But since that Washington Post article, Goulão has changed his tune. He’s publicly admitting that things are not going all that well in Portugal.

Last week, he spoke at Georgetown University, at the O’Neill Institute for National and Global Health Law, acknowledging some of the problems that have been cropping up in his country.

“It is true that we are having some difficulties nowadays in supplying treatment, timely treatment without a waiting list, for instance,” Goulão said. “We have the visibility of disorganized users on the streets in Lisbon and Porto, mostly in the big cities. And we are concerned about it.”

The Washington Post article also points out that Portugal slashed funding for its drug oversight operation back in 2012. It dropped from roughly $83 million per year down to $17 million. That’s why most of the drug outreach is now done by nonprofit groups.

Goulão said that the cuts were a big mistake, although he suggested that the numbers were not entirely correct.

“We have people on the street. And I would say that at the given moment our political responsibles were convinced that such problems in Portugal were solved. Right?” he said. “So there was a stagnation or even a decrease. It’s not exactly the same decrease that is said in the Washington Post article. But it’s not his fault. Probably we explained it wrong. There was a misunderstanding about the cuts. But in fact we are not investing as much as we should.”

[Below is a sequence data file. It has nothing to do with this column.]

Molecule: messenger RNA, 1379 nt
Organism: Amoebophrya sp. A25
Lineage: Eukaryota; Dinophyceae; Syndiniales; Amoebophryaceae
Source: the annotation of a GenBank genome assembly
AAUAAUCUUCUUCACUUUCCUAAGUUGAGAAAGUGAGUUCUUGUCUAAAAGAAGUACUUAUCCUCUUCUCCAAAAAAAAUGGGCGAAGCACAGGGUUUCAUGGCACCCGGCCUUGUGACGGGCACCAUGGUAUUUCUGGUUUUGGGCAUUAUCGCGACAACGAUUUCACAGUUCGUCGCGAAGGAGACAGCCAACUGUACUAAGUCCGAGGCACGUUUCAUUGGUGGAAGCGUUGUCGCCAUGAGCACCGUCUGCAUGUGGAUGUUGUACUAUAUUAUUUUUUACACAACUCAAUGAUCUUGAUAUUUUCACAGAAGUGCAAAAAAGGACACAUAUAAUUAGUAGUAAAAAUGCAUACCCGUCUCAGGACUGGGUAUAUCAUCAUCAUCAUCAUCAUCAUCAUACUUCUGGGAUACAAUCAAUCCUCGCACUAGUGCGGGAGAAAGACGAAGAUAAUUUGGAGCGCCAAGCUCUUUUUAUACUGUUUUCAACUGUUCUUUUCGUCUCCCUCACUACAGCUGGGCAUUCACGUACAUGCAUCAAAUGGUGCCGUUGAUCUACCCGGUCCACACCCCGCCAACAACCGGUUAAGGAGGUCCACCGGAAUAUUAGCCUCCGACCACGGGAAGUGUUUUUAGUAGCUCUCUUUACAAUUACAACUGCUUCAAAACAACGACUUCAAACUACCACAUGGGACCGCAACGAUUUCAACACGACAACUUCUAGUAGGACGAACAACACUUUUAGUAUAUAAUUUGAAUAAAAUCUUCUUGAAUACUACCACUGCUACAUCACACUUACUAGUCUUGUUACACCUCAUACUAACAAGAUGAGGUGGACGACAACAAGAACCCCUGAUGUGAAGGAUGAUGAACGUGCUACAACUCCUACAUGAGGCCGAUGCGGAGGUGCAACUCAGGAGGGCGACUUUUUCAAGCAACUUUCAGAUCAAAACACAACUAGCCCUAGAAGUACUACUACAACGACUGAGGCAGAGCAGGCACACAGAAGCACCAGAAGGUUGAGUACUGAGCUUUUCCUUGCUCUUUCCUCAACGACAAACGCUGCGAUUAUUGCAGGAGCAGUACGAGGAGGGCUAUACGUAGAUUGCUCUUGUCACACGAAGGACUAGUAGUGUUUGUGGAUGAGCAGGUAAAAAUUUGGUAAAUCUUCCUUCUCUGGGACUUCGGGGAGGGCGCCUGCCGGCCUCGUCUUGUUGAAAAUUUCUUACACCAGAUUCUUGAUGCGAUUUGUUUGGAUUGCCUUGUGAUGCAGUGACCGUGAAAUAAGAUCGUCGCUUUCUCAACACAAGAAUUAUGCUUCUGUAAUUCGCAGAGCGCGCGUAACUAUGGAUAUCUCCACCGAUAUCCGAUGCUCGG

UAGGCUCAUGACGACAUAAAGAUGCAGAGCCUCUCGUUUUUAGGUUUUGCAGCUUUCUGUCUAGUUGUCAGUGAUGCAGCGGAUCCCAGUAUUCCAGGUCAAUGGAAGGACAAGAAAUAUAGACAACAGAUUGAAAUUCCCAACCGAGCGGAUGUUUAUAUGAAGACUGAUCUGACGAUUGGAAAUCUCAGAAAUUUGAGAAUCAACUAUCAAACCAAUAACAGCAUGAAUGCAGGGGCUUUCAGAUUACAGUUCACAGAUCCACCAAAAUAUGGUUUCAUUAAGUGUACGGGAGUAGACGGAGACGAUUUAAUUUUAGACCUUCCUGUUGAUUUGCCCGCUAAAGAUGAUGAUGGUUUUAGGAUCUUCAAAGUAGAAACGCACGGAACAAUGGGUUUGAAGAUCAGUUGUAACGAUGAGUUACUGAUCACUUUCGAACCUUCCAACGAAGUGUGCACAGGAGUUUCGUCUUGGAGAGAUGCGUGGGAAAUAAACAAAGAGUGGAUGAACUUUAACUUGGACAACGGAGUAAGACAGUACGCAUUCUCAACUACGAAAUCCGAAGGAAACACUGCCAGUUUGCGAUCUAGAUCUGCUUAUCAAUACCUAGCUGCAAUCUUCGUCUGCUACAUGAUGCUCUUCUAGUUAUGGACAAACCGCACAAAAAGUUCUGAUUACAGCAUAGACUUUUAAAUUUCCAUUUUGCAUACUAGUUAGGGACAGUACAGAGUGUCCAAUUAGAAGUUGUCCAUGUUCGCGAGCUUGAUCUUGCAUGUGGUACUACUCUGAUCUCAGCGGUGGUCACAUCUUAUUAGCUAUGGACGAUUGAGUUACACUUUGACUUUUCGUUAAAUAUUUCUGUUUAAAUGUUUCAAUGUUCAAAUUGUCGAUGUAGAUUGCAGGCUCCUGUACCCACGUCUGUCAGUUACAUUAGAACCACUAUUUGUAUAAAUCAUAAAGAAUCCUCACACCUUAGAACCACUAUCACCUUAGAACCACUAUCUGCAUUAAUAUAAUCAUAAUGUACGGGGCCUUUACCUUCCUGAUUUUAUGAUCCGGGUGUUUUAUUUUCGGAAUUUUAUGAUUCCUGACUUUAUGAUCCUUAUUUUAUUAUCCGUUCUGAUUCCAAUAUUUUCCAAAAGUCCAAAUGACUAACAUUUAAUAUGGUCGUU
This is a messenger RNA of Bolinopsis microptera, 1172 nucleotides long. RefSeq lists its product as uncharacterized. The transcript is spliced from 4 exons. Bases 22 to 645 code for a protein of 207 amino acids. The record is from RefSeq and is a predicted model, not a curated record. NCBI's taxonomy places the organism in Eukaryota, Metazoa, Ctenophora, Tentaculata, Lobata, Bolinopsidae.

When Portugal launched its decriminalization back in 2001, it had plenty of beds for anyone who needed intensive treatment. There was no wait. But that is not the case today, the Washington Post reported — sometimes the wait now can last up to a year.

The Oregon comparison

In some ways, what Portugal is experiencing now can be compared to what Oregon has been going through since Measure 110 passed. Oregon has never had the kind of access to care that Portugal did when it decriminalized drugs, and waitlists at inpatient treatment facilities were common even before Oregon decriminalized drugs.

But there are signs for hope. If funding cuts are indeed a major driver behind Portugal’s backslide, Oregon could eventually be in an even better position that its European forebear.

Portugal has a population of about 10.33 million people. Oregon’s population is less than half that, closer to 4.25 million. Yet thanks to Measure 110, Oregon allocated about $300 million for drug treatment programs in the current biennium alone, compared to Portugal’s $17 million per year as reported by the Post.

It isn’t a one-to-one comparison — Portugal still has the benefit of a publicly-funded health care system, which is not summed up in the funding it puts toward oversight. Oregon already handles most of its addiction outreach through nonprofits, because the state and local governments never had the infrastructure to take it on. And even among U.S. states, Oregon is starting from a historic deficit in access to drug treatment and mental health care. But at the very least, Oregon is working to expand that access now instead of diminishing it.